• Report this Comment On June 08, 2013, at 12:52 PM, brookarcher wrote:

    Westinghouse Solar (WEST) has an innovative microinverter integrated onto the back of each one of their plug and play solar panels. An inverter is needed to convert solar generated DC to AC so it can be used in your home. Most solar systems feed power to a single inverter on the house. Those larger inverters are expensive and often require a professional electrician to install. The way solar panels are usually connected, this means if one panel goes down the whole system goes down. Because each panel has its own individual inverter on it, Westinghouse Solar's plug and play design is a game changer.

    Their stock is bouncing off a support level and since Board of Director Robert F. Kennedy Jr. just picked up thousands of shares it's been getting quit a bit of attention in the form of higher volume. Now, with the EU just announcing it's putting levies on Chinese solar imports, Westinghouse Solar should do really well due to its European exposure with partner CBD Energy which has significant European market share. A comment about Westinghouse Solar on and article about value investment guru Mary Whitman in the online edition of Forbes June issue, was highlighted this week. Expecting significant rise in WEST in the weeks to come. $WEST

  • Report this Comment On June 08, 2013, at 5:33 PM, rschantell wrote:

    I think Westinghouse may be a late-comer in the micro-inverter world. Enphase and Power-One seem to be the leaders in actually getting these things installed in large numbers. SMA is working on one as well. My company, SWT Energy Inc, in Lincoln, NE has several homes wired with micro-inverters and many more coming. Check out and take a look a few. What is really nice is the diagnostics. The signal from each micro-inverter is sent to a commication module that ties to the internet. The whole system is monitored on-line. It also keeps track of performance history. Go to click on the enlighten link. Username- Password- Sammy1 Start typing any of the system names and they will fill out completely (Doane, Tiedeman, Fairchild). Enter one and browse as you please. Cool Stuff!!!!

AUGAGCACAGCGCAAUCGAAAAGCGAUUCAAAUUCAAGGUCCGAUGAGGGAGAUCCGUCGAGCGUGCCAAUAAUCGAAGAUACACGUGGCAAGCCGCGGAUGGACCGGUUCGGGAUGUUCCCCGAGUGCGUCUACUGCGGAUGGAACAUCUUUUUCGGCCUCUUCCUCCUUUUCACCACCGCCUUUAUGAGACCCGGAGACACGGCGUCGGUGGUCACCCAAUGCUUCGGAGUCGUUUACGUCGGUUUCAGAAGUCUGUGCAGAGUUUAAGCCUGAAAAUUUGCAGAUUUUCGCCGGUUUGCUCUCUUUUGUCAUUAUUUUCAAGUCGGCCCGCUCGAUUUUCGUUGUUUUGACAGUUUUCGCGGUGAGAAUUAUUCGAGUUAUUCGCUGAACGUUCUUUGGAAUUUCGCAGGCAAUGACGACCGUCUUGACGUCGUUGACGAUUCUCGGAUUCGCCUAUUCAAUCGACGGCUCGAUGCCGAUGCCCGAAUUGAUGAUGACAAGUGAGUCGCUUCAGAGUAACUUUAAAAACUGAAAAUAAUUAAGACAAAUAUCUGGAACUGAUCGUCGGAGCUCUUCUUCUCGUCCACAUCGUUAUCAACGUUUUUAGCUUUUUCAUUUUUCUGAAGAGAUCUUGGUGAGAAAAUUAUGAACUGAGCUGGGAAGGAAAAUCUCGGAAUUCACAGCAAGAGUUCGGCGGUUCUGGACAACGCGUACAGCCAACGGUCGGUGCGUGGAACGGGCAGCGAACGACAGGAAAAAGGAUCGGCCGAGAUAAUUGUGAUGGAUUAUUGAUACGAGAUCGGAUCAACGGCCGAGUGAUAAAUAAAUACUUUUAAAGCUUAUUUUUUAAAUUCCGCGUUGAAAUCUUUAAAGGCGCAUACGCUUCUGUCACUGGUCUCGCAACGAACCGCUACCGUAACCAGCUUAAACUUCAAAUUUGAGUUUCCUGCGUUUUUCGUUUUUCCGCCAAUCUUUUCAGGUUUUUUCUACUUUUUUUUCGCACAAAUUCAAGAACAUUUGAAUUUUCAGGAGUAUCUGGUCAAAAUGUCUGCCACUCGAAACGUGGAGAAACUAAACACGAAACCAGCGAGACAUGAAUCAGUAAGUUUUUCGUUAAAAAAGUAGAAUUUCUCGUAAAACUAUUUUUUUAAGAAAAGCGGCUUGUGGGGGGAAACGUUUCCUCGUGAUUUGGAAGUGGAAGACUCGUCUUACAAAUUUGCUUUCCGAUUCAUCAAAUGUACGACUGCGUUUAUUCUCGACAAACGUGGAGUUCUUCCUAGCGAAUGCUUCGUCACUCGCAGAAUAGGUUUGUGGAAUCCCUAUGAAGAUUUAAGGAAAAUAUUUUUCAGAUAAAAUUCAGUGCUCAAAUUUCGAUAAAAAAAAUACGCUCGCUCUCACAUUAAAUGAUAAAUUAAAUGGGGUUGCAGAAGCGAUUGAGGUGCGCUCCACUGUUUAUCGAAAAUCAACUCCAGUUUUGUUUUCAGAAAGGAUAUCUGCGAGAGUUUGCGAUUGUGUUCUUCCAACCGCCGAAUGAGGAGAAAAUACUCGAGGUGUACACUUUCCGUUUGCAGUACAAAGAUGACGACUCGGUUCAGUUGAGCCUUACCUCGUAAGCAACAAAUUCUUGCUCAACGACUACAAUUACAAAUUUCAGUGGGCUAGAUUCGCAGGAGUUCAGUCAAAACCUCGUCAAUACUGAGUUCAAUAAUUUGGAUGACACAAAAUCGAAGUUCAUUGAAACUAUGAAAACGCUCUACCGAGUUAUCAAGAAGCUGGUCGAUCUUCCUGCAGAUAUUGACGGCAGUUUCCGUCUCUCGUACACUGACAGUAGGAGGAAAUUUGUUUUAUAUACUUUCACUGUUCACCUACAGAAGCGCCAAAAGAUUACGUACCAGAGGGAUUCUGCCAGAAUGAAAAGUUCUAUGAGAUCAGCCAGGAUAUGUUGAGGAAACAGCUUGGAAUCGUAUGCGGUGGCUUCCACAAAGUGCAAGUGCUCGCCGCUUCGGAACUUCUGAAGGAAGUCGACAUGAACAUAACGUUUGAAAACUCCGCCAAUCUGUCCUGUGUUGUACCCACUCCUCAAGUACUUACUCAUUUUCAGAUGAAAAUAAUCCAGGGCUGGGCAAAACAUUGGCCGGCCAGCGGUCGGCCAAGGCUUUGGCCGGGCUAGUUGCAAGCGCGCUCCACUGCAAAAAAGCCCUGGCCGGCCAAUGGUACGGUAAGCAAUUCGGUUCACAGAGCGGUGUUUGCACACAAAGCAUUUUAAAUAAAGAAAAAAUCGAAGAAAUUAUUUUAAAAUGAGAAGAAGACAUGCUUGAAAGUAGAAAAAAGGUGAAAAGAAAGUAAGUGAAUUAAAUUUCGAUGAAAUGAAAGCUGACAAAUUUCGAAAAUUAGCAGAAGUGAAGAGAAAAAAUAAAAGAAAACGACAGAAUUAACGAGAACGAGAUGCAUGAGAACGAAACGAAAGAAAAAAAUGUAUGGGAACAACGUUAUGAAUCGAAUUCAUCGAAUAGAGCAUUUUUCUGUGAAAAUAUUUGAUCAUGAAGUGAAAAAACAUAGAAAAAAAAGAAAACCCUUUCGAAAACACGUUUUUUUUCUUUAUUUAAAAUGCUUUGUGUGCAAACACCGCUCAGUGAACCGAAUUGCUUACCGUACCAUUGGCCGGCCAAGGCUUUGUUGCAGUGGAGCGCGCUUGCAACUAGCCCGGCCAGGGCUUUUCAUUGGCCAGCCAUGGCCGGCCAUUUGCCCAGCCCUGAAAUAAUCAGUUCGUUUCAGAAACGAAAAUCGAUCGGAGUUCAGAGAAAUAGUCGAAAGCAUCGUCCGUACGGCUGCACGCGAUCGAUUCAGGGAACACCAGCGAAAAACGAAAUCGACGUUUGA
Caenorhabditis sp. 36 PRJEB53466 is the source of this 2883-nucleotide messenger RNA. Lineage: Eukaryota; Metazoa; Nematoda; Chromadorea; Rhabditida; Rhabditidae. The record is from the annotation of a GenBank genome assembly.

• Report this Comment On June 08, 2013, at 6:30 PM, nonStitZealot wrote:

    KILLING the energy paradigm ... a little too strong ? The lack of clear communication of ideas is manifest in this piece .

    For one thing favoring solar over wind is completely unjustified . They both contribute to alternative energy although wind power has only certain regions where it is feasible .

    And both require storage of energy for the times when they are not producing power . Currently the easiest way to accomplish that is by feeding power back to the grid ... ie wooden poles .

    Also what does this mean exactly :

    "Nest, a company that provides home energy-consumption solutions " .

    This statement doesn't give a clue to what Nest actually does . Again ... a lack of clarity .